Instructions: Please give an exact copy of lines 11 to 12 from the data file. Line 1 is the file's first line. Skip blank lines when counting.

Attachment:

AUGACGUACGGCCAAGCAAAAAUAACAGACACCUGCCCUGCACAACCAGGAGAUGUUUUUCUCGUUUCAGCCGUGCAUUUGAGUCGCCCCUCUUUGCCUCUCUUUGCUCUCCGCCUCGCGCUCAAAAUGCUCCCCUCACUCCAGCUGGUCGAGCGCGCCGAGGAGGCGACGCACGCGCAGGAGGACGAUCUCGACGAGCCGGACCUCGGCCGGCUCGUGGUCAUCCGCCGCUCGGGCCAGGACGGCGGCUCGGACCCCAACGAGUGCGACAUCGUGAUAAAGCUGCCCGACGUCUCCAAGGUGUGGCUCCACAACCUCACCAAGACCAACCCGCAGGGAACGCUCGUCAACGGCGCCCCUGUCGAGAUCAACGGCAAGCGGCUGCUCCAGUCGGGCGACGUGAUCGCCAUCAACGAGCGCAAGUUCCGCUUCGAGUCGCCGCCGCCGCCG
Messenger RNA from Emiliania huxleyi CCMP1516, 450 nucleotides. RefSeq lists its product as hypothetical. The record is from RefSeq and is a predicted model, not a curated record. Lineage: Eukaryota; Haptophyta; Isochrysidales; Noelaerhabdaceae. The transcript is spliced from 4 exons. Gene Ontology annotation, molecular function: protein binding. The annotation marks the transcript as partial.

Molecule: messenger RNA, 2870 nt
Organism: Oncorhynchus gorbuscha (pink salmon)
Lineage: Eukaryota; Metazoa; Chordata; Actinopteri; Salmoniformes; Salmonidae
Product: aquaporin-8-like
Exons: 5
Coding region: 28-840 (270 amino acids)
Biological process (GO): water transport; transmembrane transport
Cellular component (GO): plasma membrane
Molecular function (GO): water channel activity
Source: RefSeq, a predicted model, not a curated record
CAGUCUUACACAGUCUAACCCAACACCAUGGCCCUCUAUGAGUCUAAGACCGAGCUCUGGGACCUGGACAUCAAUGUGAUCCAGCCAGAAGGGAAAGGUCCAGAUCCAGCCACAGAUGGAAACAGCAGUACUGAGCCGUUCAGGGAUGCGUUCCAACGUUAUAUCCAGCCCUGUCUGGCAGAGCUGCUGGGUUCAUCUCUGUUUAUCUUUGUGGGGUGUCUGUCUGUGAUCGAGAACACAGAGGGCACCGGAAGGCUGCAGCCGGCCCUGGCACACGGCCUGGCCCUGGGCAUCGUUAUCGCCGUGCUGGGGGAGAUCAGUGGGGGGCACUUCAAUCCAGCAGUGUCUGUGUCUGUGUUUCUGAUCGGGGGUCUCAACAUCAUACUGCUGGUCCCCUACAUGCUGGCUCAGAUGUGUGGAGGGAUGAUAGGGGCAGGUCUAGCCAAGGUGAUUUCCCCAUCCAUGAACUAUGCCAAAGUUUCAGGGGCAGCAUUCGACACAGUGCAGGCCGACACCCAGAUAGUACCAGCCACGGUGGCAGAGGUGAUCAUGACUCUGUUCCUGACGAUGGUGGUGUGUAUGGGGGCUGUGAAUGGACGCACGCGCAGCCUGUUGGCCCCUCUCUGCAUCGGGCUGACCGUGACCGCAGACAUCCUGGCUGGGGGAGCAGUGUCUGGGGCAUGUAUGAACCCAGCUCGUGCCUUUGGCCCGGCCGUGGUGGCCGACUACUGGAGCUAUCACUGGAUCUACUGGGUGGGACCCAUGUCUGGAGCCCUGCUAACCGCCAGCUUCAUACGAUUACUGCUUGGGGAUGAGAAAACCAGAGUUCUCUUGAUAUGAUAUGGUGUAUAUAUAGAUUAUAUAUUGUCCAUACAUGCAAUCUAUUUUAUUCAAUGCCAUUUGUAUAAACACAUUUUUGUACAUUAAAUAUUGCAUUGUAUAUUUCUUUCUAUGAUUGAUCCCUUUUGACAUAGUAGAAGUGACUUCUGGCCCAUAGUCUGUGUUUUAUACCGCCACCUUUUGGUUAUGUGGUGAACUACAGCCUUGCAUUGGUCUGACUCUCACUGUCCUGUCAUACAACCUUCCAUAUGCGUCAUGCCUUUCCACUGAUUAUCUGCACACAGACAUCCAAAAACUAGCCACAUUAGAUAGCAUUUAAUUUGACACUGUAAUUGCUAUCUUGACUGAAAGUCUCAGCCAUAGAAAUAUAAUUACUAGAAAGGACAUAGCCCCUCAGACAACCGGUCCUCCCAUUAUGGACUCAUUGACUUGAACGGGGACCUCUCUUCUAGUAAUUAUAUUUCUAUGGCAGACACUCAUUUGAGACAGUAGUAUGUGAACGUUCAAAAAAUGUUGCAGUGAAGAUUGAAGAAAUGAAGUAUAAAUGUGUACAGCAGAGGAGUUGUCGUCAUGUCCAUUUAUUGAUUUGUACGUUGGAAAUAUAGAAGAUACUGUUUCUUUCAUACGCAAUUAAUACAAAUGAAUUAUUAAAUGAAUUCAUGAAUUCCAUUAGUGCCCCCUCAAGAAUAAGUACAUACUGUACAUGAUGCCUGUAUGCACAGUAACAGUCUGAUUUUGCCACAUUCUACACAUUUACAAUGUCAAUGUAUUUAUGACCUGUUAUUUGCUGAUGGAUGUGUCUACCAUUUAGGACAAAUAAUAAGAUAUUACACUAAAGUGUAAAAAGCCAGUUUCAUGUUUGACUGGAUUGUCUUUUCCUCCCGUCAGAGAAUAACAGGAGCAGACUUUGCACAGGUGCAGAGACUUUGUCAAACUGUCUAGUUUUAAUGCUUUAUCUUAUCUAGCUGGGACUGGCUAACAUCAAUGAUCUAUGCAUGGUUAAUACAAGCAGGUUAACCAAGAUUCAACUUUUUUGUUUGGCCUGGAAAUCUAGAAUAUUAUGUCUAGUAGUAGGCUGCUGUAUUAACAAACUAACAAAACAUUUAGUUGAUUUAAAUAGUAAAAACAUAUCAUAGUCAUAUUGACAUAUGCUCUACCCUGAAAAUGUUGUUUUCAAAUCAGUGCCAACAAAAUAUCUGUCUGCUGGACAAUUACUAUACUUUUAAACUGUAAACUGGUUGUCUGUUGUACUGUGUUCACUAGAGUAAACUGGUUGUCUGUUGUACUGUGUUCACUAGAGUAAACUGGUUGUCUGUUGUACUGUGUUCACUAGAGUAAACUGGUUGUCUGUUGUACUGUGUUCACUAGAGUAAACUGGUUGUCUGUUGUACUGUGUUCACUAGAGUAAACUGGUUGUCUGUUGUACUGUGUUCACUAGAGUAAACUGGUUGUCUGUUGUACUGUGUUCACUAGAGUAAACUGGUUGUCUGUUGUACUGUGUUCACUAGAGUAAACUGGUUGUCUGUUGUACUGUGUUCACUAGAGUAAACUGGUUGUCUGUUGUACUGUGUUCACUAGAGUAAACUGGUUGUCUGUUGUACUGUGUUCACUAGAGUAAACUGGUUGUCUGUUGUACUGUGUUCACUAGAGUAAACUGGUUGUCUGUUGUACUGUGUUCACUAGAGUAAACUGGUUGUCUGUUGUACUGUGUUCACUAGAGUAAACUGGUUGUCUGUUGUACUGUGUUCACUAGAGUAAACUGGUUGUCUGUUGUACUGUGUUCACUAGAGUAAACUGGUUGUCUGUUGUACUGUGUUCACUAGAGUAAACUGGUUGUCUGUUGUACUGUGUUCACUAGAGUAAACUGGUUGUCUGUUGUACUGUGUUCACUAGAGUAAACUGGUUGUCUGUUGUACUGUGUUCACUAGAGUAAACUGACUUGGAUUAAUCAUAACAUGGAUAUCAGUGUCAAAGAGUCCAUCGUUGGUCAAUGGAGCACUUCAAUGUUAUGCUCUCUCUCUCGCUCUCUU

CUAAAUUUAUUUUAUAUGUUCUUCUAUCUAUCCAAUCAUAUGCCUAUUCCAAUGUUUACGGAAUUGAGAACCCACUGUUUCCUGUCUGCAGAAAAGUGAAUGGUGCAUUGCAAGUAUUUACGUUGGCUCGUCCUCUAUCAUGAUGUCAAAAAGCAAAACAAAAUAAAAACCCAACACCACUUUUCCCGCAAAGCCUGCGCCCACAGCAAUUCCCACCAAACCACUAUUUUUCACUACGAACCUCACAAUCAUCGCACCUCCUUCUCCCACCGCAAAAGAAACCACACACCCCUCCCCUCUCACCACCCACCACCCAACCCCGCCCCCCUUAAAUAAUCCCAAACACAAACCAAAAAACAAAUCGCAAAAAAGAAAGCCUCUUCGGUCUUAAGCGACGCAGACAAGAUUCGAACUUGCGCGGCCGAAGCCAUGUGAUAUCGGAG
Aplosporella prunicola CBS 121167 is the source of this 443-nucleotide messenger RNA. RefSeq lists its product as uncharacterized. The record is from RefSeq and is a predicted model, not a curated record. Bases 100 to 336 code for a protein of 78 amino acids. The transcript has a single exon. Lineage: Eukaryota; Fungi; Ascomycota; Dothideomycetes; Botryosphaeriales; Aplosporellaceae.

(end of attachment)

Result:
Molecular function (GO): water channel activity
Source: RefSeq, a predicted model, not a curated record